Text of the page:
Ingrid Betancourt was held hostage by Colombia's rebels for six years. Now she thinks peace could be near.

The World
Colombian author and former hostage Ingrid Betancourt.

Colombian author and former hostage Ingrid Betancourt. 

Barker Evans

Ingrid Betancourt, one of the world's most famous former hostages, can't recall a time when her native Colombia was not at war. 

Finally, that seems about to change. 

The rebels who captured the 54-year-old former presidential candidate and held her captive in Colombia's jungles for six years have signed a ceasefire. If it holds, a conflict that's raged for five decades will draw to a close.

"It's a huge, huge event for all of us," Betancourt says. "As a victim, I have to say that there are all kinds of mixed feelings coming to this moment. Because of course you feel that the ones that have signed the peace agreement are the ones that held you captive for so many years. But at the same time, I think that we all have the responsibility not to give a heritage to the future generation of the hatred and the violence."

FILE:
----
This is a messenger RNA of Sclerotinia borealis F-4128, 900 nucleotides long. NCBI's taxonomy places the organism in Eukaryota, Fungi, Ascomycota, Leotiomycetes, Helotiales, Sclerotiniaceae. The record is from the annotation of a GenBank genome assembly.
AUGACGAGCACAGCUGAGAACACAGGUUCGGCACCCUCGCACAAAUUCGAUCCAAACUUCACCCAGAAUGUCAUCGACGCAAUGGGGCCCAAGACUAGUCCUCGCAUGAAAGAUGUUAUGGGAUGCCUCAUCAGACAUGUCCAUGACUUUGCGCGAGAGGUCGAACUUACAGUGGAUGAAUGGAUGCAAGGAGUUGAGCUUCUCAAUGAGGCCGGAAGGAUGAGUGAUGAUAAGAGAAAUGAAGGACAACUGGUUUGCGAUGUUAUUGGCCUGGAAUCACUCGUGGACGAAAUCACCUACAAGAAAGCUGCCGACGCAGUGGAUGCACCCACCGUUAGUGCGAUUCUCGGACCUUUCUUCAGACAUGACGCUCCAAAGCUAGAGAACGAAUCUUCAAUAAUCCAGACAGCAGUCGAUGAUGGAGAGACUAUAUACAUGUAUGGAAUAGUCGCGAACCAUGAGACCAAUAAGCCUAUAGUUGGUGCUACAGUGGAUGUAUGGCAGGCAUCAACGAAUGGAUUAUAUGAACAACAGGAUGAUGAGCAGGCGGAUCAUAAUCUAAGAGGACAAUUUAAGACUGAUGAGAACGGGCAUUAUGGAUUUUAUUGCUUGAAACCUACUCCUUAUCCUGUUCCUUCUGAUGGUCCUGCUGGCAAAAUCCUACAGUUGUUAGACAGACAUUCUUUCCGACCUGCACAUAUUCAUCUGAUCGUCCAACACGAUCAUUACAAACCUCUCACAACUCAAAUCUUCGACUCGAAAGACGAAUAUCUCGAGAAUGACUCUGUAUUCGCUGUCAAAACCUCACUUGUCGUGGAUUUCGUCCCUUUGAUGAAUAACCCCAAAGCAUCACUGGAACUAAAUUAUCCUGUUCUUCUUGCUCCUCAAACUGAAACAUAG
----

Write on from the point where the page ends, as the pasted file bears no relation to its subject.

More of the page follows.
Betancourt was running for president in Colombia in 2002 when she was abducted by ­anti-government FARC rebels. Security forces rescued her in 2008. She now lives in Paris, where she's written several books, including a recent novel, "The Blue Line."

She fell out of favor with some Colombians shortly after her rescue when she sued her country's government for being negligent in her kidnapping. After her $5 million lawsuit sparked outrage, Betancourt withdrew it, and acknowledged her error.

"I was in the victim-mode. I was just out of the jungle. People in my country were seeing me as a leader and they couldn't understand that I was claiming compensation," she says. "We have 8 million victims. So if all the 8 million victims would have asked what I was asking, it [would be] impossible." 

Still, Betancourt argues that Colombia's kidnapping victims deserve some sort of compensation. 

"The reparation has to involve many things, not only economics. There are other means of reparation, emotional is one," she says. "This is something that we have to discuss between Colombians; it's an open wound."

Betancourt says the collective voices of victims can be a constructive force for Colombia. She says she sees their suffering as "a sort of down-payment" for a better future for the country.

And the former senator hasn't given up on a political future for herself.

"Right now to be very honest, my priority is my family. ... I lost seven years of presence with my children, now I have been blessed because I have two grandchildren coming," she says, adding, "But if Colombia needs me, I will always be there for my country."